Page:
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March 29, 2006


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Jozef Imrich

Hi Bill,

Might be of interest, as registration is required I copied the whole lot ...


It's what you know and how you use it
The Age, Beverley Head, 14 March 2006.

The role of IT in knowledge management has been redefined, writes Beverley Head.
KNOWLEDGE management "is not about sucking the brains out of people and putting them into a database; it's about bringing people together", says Kim Sbarcea, director of knowledge networks at the Australian Securities and Investment Commission.

In the early days of knowledge management, technology played a central role. Companies built huge databases, filled them with information, and no one used them. Over the past 10 years, organisations have recognised that knowledge sharing requires more human-to-human interaction than human-to-computer links.

Yet technology seems now on the brink of a renaissance as far as its knowledge management role is concerned. Ms Sbarcea, who is also chairwoman of the Standards Australia knowledge management committee and director of knowledge management consulting firm ThinkingShift, says blogs (chronological internet-based bulletin boards) and wikis (collaborative websites) could prove important for future knowledge management.

ASIC runs a pilot internal blog to share knowledge among the members of one of its 11 communities of interest, and Ms Sbarcea expects more will follow. She sees the collaborative aspects of wikis in particular as potentially very supportive in the process of making tacit knowledge explicit and accessible, and hence valuable. "Blogs and wikis are a form of social software that encourage the DNA of the social network to be developed. (Knowledge management) is a good opportunity for blogs and wikis to move out to the corporate environment. There will be issues in terms of their management, and I don't think this will happen rapidly because there is still a lot to be done in terms of the fundamentals - such as companies completing knowledge audits - but I think wikis particularly can be useful in building the body of knowledge. They are great for knowledge brokering and sharing."

A former teacher with a combined teaching/librarianship qualification, Ms Sbarcea came to the then fledgling arena of knowledge management in the 1980s, when she was hired as law firm Allens' librarian and precedents manager. By the mid-1990s it was becoming clear that "knowledge management was bread and butter to a law firm", and in 1997 she joined Phillips Fox as its first knowledge manager.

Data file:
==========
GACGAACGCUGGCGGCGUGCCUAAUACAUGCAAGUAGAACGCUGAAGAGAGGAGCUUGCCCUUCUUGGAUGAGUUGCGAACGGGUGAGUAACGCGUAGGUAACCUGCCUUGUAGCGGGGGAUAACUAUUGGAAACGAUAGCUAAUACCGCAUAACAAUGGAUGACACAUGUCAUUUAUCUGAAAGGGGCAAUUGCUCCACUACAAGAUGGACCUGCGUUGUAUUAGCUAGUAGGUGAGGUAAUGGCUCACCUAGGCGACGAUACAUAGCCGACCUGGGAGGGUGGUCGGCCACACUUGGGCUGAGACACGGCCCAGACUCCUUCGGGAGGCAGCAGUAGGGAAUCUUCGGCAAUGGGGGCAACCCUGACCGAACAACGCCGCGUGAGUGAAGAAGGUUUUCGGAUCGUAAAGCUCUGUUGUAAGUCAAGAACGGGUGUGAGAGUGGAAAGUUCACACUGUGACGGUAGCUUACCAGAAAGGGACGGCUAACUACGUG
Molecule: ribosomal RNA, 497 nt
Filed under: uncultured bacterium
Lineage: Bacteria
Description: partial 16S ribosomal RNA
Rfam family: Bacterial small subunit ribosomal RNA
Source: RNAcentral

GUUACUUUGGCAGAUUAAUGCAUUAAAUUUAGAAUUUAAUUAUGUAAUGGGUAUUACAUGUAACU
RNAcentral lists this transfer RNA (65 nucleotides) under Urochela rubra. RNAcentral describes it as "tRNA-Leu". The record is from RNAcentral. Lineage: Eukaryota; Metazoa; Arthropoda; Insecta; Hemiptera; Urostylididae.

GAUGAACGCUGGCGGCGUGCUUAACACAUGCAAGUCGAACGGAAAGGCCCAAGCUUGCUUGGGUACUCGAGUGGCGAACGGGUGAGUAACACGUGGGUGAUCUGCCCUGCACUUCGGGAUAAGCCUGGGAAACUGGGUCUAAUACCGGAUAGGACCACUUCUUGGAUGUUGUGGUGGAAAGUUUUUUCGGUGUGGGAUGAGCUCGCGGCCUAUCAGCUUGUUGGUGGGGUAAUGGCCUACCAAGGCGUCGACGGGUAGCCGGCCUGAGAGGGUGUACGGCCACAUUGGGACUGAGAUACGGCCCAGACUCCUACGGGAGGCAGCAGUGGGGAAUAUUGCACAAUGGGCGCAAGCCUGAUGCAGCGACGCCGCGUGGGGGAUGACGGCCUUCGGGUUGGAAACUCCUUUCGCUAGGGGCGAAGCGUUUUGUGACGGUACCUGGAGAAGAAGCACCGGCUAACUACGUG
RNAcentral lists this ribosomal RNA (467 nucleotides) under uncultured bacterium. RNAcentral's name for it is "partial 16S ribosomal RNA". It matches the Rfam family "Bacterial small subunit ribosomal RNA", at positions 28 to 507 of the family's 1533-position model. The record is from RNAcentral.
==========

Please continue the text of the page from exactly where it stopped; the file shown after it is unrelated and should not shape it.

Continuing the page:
At that time, she says, she took "an IT-led approach to knowledge management", which she says was the way most first-generation knowledge management systems were built.

"By the second and third generation of knowledge management we came to recognise that knowledge was more about people. We were building fancy systems but people were not using them. We found that knowledge management was all about how tacit knowledge flows - that's hard to capture through IT alone. Knowledge is about people, and so technology took a back seat."

Ms Sbarcea says that the Australian Standard on knowledge management, launched last October, is a descriptive rather than prescriptive standard, and says knowledge management as an effective balance between people, process, technology and content.

Armed with that understanding, and after three years as Ernst & Young's chief knowledge officer, Ms Sbarcea joined ASIC in 2002 as its first director of knowledge networks. Although the organisation relies on technology to back its knowledge management efforts (through a Lotus Notes-enabled intranet) it has scaled down its initial efforts to create a full-blown computer-based knowledge repository. When ASIC first established its communities-of-interest networks, the knowledge management team would try and capture the content of meetings held by those communities in a bid to make the tacit knowledge explicit by typing up comprehensive reports and putting them on the net.

"We were originally interested in using it as a prime repository," says Ms Sbarcea, "but as the communities matured and expanded those conversations, relationships and social capital is what is proving important."

Ms Sbarcea says: "If you rely on technology only and automate everything then you're leaving out the people factor." Now ASIC recognises IT is an enabler, not a solution, and loads on its knowledge intranet just the key points from meetings, a directory of staff whom employees can turn to for expert advice, and a calendar of events for the communities of interest.

Each of these communities (for example, superannuation, insurance, managed investments) has a sponsor identified as an expert in their area.

"I meet with them to identify the learning agenda for the coming three to six months, and select topics for the community to focus on and discuss," Ms Sbarcea says. A typical hour-long monthly meeting attracts 30-50 participants either in Sydney, or connected, generally via video-conferencing, from ASIC's other offices.

And while technology plays a supporting rather than lead role in knowledge management, it is also providing ASIC with a method of measuring the effect of its knowledge management initiatives. Ms Sbarcea has implemented an open source social network analysis system which "visualises in a map the connections and pathways between people".

Over time, she says, it will be possible to map the connections between communities of interest, and also identify which individuals are most highly connected - and therefore to be prized as sources of corporate knowledge.

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